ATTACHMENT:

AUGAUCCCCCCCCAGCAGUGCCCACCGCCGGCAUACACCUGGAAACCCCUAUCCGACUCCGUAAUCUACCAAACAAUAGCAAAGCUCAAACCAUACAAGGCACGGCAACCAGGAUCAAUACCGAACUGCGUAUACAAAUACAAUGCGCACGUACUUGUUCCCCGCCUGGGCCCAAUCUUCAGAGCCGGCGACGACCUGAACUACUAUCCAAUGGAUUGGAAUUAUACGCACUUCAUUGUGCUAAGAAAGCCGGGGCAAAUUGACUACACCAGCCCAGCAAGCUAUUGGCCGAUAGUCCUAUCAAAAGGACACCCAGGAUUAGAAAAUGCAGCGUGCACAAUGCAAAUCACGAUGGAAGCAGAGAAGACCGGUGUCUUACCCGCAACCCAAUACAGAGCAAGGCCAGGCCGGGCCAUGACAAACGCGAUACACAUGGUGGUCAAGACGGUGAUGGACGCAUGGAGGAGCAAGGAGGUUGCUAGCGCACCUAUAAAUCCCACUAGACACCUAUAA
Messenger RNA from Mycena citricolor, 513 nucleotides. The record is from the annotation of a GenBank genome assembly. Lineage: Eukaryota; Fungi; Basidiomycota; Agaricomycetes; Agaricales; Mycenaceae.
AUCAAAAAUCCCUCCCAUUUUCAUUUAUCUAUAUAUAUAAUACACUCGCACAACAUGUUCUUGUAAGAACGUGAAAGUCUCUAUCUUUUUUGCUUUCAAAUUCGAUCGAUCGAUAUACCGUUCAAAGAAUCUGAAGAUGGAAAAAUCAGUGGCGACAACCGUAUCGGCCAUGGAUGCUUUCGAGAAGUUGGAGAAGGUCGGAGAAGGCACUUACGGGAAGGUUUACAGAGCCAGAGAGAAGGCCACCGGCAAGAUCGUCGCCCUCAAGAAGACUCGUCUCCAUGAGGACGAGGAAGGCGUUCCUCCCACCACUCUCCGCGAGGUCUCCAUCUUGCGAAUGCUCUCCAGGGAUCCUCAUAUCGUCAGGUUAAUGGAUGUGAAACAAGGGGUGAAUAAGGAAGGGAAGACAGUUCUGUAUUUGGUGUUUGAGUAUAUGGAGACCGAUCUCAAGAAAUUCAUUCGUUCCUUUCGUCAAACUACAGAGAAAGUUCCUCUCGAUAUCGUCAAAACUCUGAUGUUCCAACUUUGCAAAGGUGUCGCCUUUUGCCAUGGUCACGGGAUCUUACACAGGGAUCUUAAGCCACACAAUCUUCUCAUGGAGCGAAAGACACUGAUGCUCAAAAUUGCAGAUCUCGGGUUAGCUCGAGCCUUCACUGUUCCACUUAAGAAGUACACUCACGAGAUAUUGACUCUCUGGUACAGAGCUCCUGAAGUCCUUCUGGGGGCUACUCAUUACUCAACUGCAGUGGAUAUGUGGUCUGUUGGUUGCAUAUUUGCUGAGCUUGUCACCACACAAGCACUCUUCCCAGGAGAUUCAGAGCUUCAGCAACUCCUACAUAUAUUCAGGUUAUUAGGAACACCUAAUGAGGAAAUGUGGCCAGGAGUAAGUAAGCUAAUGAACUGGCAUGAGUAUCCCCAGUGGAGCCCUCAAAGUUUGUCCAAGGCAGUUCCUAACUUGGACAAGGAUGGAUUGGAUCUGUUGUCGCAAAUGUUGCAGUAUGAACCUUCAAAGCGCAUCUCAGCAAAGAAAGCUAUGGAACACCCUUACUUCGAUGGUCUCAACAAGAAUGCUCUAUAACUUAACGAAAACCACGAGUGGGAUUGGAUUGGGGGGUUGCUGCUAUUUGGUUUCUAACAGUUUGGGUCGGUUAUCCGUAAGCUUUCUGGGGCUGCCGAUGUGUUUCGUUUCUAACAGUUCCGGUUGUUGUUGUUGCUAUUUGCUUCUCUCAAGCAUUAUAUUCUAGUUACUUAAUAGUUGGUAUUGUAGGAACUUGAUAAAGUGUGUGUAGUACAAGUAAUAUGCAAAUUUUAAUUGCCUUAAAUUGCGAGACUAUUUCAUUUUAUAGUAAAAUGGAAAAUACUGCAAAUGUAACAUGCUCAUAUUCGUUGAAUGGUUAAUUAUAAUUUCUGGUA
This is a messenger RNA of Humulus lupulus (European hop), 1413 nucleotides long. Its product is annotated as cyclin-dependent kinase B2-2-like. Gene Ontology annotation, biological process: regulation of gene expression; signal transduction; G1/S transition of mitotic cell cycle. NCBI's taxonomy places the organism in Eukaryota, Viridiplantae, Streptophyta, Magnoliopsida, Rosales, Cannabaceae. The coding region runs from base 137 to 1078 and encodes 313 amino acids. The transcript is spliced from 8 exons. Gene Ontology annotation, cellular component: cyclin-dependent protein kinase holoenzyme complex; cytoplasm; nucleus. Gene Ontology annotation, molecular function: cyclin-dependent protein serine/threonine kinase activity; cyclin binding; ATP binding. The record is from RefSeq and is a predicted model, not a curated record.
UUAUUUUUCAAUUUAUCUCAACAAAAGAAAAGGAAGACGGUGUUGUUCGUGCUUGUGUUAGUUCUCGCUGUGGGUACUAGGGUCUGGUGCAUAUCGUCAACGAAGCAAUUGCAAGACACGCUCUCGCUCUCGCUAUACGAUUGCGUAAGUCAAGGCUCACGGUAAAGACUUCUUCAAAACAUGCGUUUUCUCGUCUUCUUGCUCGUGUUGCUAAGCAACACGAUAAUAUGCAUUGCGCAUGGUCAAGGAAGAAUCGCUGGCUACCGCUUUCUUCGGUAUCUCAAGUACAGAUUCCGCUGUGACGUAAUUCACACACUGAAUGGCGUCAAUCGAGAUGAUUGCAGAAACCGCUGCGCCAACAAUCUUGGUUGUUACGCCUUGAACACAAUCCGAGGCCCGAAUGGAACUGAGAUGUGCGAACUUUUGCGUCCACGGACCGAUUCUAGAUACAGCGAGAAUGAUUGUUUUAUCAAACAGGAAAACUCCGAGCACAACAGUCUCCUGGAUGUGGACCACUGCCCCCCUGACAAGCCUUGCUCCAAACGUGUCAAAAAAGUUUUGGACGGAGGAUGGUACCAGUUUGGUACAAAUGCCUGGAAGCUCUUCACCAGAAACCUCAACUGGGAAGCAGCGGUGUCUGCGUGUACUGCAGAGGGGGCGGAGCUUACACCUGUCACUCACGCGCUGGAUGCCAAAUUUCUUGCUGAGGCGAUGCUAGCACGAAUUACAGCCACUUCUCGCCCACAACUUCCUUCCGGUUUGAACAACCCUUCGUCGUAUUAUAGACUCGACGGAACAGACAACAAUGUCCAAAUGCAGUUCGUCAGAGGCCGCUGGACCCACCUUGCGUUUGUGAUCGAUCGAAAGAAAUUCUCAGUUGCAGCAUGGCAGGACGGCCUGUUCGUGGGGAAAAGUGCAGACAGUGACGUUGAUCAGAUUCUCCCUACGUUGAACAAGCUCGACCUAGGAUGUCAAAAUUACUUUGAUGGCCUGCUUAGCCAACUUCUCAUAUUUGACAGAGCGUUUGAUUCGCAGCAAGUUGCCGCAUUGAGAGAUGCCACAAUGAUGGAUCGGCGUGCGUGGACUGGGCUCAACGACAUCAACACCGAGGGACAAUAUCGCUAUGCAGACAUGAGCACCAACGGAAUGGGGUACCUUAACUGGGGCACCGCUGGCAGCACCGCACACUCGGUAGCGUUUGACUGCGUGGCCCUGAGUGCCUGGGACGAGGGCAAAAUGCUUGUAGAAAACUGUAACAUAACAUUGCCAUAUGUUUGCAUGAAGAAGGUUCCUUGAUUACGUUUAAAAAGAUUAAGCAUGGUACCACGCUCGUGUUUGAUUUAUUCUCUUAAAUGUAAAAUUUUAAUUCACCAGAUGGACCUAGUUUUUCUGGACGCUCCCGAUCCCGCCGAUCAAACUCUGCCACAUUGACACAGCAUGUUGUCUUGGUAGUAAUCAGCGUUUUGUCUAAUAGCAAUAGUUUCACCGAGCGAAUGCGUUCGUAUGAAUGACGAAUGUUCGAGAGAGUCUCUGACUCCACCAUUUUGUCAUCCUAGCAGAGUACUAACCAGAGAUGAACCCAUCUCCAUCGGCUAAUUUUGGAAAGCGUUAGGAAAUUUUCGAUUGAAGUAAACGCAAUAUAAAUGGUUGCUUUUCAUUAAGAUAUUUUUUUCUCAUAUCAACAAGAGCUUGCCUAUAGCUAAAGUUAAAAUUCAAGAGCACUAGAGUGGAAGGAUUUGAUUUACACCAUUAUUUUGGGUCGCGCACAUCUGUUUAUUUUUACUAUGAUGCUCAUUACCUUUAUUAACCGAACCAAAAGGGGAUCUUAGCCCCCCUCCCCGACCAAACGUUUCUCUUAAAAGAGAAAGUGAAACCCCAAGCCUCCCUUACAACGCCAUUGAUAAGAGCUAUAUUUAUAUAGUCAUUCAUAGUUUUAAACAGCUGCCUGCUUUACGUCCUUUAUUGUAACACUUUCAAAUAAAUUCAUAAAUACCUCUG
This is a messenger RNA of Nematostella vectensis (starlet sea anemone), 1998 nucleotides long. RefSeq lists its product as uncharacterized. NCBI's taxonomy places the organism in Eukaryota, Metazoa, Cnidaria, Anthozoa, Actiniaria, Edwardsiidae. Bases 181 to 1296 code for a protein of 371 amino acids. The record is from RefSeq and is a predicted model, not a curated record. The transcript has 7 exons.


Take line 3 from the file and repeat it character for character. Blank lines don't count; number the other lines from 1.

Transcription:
AUCAAAAAUCCCUCCCAUUUUCAUUUAUCUAUAUAUAUAAUACACUCGCACAACAUGUUCUUGUAAGAACGUGAAAGUCUCUAUCUUUUUUGCUUUCAAAUUCGAUCGAUCGAUAUACCGUUCAAAGAAUCUGAAGAUGGAAAAAUCAGUGGCGACAACCGUAUCGGCCAUGGAUGCUUUCGAGAAGUUGGAGAAGGUCGGAGAAGGCACUUACGGGAAGGUUUACAGAGCCAGAGAGAAGGCCACCGGCAAGAUCGUCGCCCUCAAGAAGACUCGUCUCCAUGAGGACGAGGAAGGCGUUCCUCCCACCACUCUCCGCGAGGUCUCCAUCUUGCGAAUGCUCUCCAGGGAUCCUCAUAUCGUCAGGUUAAUGGAUGUGAAACAAGGGGUGAAUAAGGAAGGGAAGACAGUUCUGUAUUUGGUGUUUGAGUAUAUGGAGACCGAUCUCAAGAAAUUCAUUCGUUCCUUUCGUCAAACUACAGAGAAAGUUCCUCUCGAUAUCGUCAAAACUCUGAUGUUCCAACUUUGCAAAGGUGUCGCCUUUUGCCAUGGUCACGGGAUCUUACACAGGGAUCUUAAGCCACACAAUCUUCUCAUGGAGCGAAAGACACUGAUGCUCAAAAUUGCAGAUCUCGGGUUAGCUCGAGCCUUCACUGUUCCACUUAAGAAGUACACUCACGAGAUAUUGACUCUCUGGUACAGAGCUCCUGAAGUCCUUCUGGGGGCUACUCAUUACUCAACUGCAGUGGAUAUGUGGUCUGUUGGUUGCAUAUUUGCUGAGCUUGUCACCACACAAGCACUCUUCCCAGGAGAUUCAGAGCUUCAGCAACUCCUACAUAUAUUCAGGUUAUUAGGAACACCUAAUGAGGAAAUGUGGCCAGGAGUAAGUAAGCUAAUGAACUGGCAUGAGUAUCCCCAGUGGAGCCCUCAAAGUUUGUCCAAGGCAGUUCCUAACUUGGACAAGGAUGGAUUGGAUCUGUUGUCGCAAAUGUUGCAGUAUGAACCUUCAAAGCGCAUCUCAGCAAAGAAAGCUAUGGAACACCCUUACUUCGAUGGUCUCAACAAGAAUGCUCUAUAACUUAACGAAAACCACGAGUGGGAUUGGAUUGGGGGGUUGCUGCUAUUUGGUUUCUAACAGUUUGGGUCGGUUAUCCGUAAGCUUUCUGGGGCUGCCGAUGUGUUUCGUUUCUAACAGUUCCGGUUGUUGUUGUUGCUAUUUGCUUCUCUCAAGCAUUAUAUUCUAGUUACUUAAUAGUUGGUAUUGUAGGAACUUGAUAAAGUGUGUGUAGUACAAGUAAUAUGCAAAUUUUAAUUGCCUUAAAUUGCGAGACUAUUUCAUUUUAUAGUAAAAUGGAAAAUACUGCAAAUGUAACAUGCUCAUAUUCGUUGAAUGGUUAAUUAUAAUUUCUGGUA